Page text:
Eats at 3 A.M. 

A brief guide to decent 24-hour dining in Salt Lake City.

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Just because you choose not to exist in daylight, is that any excuse to settle for less-than-fine 7-Eleven dining? Do insomniacs really deserve a tummy-ache life of fast food drive-through cuisine? Face it: After the closure of Salt Lake City’s beloved Bill & Nada’s 24-hour diner a few years ago, we of the late, late crowd saw our eats options dwindle to Hot Pockets and Gorditas. Not cool.

Of course, there are always joints like Denny’s and Village Inn open after hours, but they seem a bit staid for vampires. Truck stops on the Interstate? Open all night, but not exactly inviting to non-riggers. The hip ‘n’ trendy Orbit Café? Not technically a 24-hour operation, so you could be out of luck for 4 a.m. munchies.

Buck up, Eddie Munster—this is the part where some tasty 24-hour eatery alternatives are served up to appease your nocturnal appetite.

In the club-tastic downtown SLC area, Anchors Aweigh has become a de facto late-night hang, and not just because it’s ensconced right between the East and West office wings of your arbiter of cool, Salt Lake City Weekly. Anchors is a combo tavern, diner and coffee shop serving breakfast, lunch, dinner and desserts at all hours, and most of the menu ain’t bad. If you prefer your burgers spiked with the flavorful aroma of cigarettes, smoking is not only allowed, but it’s encouraged. A major plus with late-nighters (if not breathers), as are the pool table and video games. However, the checkerboard floor can be a bit harsh on bleary 3 a.m. eyes—so don’t look down.

The Blue Iguana Expresso on West Temple is more about funky atmosphere, coffee and killer Mexican dishes in the style of the adjacent Blue Iguana proper. What goes down better in the dead of night than smothered tamales and a heaping plate of nachos? There’s probably no real answer for that, so BIE also serves more trad breakfast fare like huevos rancheros and con chorizo. There’s even a coffee table and couches, as well as exotic fake birds and the requisite pool table, so it’s almost like being home … if you’re El Vez.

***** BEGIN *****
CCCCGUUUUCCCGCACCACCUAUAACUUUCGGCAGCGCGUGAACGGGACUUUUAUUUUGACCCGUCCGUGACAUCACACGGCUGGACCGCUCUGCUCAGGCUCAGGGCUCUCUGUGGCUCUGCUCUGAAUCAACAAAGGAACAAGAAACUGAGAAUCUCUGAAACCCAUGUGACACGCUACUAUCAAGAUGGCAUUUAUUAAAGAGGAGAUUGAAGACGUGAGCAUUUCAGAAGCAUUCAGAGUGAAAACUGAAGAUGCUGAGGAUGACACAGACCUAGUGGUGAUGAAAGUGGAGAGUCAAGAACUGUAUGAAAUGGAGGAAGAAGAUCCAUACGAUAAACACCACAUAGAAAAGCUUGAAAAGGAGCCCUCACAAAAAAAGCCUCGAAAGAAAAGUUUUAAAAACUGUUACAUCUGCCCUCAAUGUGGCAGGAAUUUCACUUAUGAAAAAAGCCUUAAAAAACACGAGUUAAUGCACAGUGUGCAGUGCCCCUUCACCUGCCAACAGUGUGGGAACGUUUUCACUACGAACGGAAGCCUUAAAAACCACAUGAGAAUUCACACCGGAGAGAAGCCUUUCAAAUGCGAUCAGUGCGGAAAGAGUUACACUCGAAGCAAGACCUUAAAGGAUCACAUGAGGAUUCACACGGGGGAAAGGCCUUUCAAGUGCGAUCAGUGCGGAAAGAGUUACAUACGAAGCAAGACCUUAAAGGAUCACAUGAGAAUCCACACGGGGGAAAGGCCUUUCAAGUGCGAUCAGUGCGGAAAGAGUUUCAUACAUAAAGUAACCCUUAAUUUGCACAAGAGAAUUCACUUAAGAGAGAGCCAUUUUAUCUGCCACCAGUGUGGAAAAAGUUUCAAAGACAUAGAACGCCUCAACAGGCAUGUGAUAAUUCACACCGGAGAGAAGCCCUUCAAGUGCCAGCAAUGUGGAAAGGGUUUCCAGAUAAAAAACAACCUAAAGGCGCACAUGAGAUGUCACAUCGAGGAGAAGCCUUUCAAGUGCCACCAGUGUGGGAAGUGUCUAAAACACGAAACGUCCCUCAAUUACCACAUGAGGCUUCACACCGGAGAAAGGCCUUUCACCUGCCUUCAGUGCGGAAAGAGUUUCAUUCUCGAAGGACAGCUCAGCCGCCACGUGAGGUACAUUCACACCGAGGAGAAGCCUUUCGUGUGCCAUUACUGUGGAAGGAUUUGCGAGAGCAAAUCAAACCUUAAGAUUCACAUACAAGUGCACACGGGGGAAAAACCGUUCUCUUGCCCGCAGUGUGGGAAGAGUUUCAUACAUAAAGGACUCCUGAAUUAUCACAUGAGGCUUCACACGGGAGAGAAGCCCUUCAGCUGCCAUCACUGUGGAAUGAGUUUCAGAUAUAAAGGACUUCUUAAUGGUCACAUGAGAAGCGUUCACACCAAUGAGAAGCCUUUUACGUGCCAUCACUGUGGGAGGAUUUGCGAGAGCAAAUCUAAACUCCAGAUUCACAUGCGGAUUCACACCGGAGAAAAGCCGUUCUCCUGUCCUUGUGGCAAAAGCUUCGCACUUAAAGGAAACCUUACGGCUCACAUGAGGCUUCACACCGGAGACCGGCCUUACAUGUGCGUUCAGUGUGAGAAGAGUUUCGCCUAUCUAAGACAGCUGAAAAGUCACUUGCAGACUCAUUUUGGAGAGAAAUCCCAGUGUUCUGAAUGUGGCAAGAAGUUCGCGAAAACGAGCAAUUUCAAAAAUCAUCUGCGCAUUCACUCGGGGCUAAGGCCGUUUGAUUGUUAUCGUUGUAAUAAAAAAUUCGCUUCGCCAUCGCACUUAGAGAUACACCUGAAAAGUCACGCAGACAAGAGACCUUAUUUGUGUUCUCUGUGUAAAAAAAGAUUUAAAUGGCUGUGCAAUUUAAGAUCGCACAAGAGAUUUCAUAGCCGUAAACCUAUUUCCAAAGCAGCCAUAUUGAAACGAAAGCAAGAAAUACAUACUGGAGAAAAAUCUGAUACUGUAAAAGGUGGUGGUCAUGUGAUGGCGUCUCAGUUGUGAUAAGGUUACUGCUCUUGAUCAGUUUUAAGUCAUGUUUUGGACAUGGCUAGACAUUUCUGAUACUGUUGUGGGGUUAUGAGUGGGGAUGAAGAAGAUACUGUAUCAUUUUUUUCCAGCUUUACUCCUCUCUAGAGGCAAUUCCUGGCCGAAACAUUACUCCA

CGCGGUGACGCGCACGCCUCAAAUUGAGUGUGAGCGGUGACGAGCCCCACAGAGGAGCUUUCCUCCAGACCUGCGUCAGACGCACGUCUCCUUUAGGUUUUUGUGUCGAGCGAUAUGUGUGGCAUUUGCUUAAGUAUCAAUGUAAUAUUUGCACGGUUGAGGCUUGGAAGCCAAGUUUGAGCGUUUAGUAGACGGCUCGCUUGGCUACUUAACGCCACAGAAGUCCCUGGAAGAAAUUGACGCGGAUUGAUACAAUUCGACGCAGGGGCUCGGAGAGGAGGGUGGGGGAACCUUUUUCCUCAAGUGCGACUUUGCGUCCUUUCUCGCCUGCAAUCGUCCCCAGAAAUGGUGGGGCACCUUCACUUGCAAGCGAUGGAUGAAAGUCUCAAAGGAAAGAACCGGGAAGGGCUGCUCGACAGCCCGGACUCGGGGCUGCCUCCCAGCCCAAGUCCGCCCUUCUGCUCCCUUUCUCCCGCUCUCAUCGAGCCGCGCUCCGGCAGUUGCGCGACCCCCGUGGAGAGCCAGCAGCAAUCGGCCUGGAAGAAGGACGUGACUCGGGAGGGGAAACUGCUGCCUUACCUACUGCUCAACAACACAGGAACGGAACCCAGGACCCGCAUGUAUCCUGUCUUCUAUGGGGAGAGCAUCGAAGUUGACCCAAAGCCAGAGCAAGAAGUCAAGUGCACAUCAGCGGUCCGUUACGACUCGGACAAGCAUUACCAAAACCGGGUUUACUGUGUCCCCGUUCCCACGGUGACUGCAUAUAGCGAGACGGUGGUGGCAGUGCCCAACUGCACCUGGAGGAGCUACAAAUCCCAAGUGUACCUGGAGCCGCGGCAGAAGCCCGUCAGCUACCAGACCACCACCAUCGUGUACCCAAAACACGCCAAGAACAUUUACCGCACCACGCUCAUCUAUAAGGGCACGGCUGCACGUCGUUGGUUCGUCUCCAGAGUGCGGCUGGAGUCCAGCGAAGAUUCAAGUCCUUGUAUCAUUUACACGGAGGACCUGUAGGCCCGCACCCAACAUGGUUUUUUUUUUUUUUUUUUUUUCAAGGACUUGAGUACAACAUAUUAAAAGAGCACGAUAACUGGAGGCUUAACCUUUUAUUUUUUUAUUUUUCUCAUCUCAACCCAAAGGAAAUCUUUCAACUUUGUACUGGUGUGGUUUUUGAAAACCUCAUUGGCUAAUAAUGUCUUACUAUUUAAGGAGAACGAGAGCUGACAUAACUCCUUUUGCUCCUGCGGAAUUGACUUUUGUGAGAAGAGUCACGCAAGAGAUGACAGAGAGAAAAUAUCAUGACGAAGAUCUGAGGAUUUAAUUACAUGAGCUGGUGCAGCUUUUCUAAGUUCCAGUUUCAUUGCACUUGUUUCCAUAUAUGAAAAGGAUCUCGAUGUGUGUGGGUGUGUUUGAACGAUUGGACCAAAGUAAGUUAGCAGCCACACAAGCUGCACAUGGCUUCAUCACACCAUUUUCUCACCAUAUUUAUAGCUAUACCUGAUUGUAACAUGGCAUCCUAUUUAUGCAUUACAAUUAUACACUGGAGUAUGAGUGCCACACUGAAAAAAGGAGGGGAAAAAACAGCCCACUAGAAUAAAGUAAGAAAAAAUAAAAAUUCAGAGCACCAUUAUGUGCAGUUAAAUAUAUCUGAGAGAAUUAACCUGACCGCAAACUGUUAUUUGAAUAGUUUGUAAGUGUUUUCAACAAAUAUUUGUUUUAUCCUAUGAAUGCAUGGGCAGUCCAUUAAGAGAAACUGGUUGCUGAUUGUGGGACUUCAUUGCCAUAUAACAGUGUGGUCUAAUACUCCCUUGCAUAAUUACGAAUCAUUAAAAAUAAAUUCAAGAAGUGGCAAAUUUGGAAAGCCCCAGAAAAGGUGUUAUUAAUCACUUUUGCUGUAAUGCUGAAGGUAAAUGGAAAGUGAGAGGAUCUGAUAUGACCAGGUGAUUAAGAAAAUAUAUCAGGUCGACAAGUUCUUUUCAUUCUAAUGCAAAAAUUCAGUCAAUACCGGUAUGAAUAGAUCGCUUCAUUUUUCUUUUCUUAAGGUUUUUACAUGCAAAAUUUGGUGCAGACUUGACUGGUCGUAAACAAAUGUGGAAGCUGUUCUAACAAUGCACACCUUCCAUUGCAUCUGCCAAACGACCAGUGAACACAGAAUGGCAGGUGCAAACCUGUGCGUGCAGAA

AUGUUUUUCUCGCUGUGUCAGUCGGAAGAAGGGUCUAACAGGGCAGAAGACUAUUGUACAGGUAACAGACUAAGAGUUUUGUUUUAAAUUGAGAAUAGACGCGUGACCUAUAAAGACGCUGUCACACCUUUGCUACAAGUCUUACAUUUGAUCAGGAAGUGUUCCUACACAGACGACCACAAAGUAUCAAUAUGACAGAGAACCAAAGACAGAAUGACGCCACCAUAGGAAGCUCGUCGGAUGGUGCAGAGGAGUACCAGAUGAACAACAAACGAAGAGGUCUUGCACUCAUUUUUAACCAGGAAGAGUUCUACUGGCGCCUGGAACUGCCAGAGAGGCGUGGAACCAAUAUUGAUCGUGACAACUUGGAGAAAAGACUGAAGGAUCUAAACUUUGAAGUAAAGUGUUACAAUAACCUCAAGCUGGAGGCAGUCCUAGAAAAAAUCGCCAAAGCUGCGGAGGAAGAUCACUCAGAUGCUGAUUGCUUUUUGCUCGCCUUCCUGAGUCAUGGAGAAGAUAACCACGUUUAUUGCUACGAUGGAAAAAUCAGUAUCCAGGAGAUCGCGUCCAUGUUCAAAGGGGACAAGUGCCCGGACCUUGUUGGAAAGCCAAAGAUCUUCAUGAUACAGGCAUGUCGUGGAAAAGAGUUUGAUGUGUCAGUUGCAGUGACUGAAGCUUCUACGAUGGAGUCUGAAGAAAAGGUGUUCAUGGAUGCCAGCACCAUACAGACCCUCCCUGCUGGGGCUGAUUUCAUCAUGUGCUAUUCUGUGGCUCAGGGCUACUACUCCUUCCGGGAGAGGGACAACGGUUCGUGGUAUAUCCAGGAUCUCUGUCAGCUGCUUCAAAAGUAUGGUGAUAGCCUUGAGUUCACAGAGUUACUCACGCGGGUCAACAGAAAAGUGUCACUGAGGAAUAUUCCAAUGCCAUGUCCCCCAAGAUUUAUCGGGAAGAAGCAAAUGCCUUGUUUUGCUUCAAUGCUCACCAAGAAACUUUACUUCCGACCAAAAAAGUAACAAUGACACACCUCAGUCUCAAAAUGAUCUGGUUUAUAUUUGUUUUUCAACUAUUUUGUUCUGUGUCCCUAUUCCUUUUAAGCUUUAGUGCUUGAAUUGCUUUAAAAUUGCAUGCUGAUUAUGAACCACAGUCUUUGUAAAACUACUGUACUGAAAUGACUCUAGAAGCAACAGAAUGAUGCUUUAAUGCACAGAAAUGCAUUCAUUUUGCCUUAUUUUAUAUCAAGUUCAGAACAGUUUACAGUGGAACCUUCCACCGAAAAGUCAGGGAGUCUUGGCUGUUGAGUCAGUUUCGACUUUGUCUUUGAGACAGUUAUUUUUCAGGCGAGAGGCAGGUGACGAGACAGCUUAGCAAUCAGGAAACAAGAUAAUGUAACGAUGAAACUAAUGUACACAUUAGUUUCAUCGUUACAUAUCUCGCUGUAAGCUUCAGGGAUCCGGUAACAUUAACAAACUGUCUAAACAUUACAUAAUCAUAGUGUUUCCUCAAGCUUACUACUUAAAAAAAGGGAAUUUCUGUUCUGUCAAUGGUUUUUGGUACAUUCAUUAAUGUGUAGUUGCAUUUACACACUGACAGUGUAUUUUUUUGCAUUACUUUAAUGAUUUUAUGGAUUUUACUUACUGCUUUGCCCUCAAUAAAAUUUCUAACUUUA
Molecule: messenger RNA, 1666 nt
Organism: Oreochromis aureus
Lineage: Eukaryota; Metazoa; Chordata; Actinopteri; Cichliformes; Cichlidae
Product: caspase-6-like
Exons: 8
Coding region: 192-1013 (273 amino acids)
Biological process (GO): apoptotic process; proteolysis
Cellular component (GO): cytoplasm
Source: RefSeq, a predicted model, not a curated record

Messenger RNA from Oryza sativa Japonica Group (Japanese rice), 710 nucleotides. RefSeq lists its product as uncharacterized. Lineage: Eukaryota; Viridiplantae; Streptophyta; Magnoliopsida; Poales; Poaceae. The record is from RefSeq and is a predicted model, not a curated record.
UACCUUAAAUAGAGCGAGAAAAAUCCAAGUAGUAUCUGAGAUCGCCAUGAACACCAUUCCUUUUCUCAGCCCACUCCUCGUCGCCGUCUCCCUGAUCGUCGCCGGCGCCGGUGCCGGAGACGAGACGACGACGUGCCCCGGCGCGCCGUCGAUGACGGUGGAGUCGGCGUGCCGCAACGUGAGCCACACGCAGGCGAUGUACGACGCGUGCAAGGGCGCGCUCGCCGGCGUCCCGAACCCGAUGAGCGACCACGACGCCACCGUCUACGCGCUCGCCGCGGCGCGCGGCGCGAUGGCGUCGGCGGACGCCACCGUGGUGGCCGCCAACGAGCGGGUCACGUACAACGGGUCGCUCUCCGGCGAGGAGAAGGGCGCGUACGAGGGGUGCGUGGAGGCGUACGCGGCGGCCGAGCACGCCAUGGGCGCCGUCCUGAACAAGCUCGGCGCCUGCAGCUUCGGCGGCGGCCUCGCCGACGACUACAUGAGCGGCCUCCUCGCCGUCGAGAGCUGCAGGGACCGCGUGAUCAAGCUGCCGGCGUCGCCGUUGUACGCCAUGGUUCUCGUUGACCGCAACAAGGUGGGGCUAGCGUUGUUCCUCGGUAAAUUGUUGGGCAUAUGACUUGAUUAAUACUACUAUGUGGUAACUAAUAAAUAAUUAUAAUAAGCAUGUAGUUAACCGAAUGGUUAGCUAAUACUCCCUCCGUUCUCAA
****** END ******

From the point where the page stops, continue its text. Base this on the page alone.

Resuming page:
Though rife with the trappings of a fast-food eatery (zero atmosphere, quickly-prepared food, drive-through windows, little English spoken, etc.) Alberto’s on 400 South and Molcasalsa in Holladay serve up some of the tastiest 24-hour Mexican food to be found—and it’s all insanely cheap. The mucho-celebrated burritos are roughly the size of your forearm and usually under three bucks, and an egg, cheese and sausage-loaded breakfast burrito can last you for days. Or nights, as you obviously prefer.

Not all of the good 24-hour eats are downtown: The full-menu Belgian Waffle & Omelet Inn in Midvale blows away practically all competition across the board when it comes to breakfasts any time of day—in the overnight small hours, forget it. The Garbage Hash (cheese-laden potatoes with ham, bacon, onions, peppers and mushrooms) is an under-$5 favorite, but the namesake waffles and omelets are the stuff of cheap (and fattening) fantasy. Your arteries may eventually need to be snaked but, whatever.

Should you find yourself searching in vain for sustenance in West Jordan or Orem at 4 a.m., condolences—for just being in West Jordan or Orem, that is. Despite their own claims, the original location of local franchise Tommie’s Hot Donuts (inside a Chevron convenience store on the north tip of the gaudy Jordan Landing strip mall) doesn’t really make the absolute greatest doughnut to be had in the Salt Lake Valley. Between dusk and dawn, however, the odd little dough-balls at least rule in West Jordan.

Down Orem way, the wildly overrated national Krispy Kreme franchise that attempted to weasel away Tommie’s domain name on the Internet is also, surprisingly, a 24-hour sugar shack. The fact that anything in Utah County is open 24 hours a day should serve as a sign that Zion has indeed made that bold step into the 20th century. Too bad we’re currently in the 21st, but you take what you can get.

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